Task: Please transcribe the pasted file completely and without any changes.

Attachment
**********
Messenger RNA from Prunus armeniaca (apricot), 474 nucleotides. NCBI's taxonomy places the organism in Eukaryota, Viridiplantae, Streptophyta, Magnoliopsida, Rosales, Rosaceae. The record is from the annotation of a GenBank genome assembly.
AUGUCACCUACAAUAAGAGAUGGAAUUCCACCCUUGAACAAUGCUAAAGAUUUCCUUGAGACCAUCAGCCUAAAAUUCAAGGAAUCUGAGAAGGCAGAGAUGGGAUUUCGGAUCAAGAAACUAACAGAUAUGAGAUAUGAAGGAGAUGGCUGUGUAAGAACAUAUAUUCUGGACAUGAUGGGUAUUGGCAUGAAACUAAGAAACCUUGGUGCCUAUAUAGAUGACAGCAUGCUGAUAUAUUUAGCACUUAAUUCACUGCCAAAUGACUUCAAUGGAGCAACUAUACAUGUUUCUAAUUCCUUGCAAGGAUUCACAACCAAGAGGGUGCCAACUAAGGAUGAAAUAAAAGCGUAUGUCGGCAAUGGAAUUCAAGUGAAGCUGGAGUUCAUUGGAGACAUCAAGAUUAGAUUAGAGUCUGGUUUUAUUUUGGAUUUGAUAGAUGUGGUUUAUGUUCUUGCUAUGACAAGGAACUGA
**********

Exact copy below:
Messenger RNA from Prunus armeniaca (apricot), 474 nucleotides. NCBI's taxonomy places the organism in Eukaryota, Viridiplantae, Streptophyta, Magnoliopsida, Rosales, Rosaceae. The record is from the annotation of a GenBank genome assembly.
AUGUCACCUACAAUAAGAGAUGGAAUUCCACCCUUGAACAAUGCUAAAGAUUUCCUUGAGACCAUCAGCCUAAAAUUCAAGGAAUCUGAGAAGGCAGAGAUGGGAUUUCGGAUCAAGAAACUAACAGAUAUGAGAUAUGAAGGAGAUGGCUGUGUAAGAACAUAUAUUCUGGACAUGAUGGGUAUUGGCAUGAAACUAAGAAACCUUGGUGCCUAUAUAGAUGACAGCAUGCUGAUAUAUUUAGCACUUAAUUCACUGCCAAAUGACUUCAAUGGAGCAACUAUACAUGUUUCUAAUUCCUUGCAAGGAUUCACAACCAAGAGGGUGCCAACUAAGGAUGAAAUAAAAGCGUAUGUCGGCAAUGGAAUUCAAGUGAAGCUGGAGUUCAUUGGAGACAUCAAGAUUAGAUUAGAGUCUGGUUUUAUUUUGGAUUUGAUAGAUGUGGUUUAUGUUCUUGCUAUGACAAGGAACUGA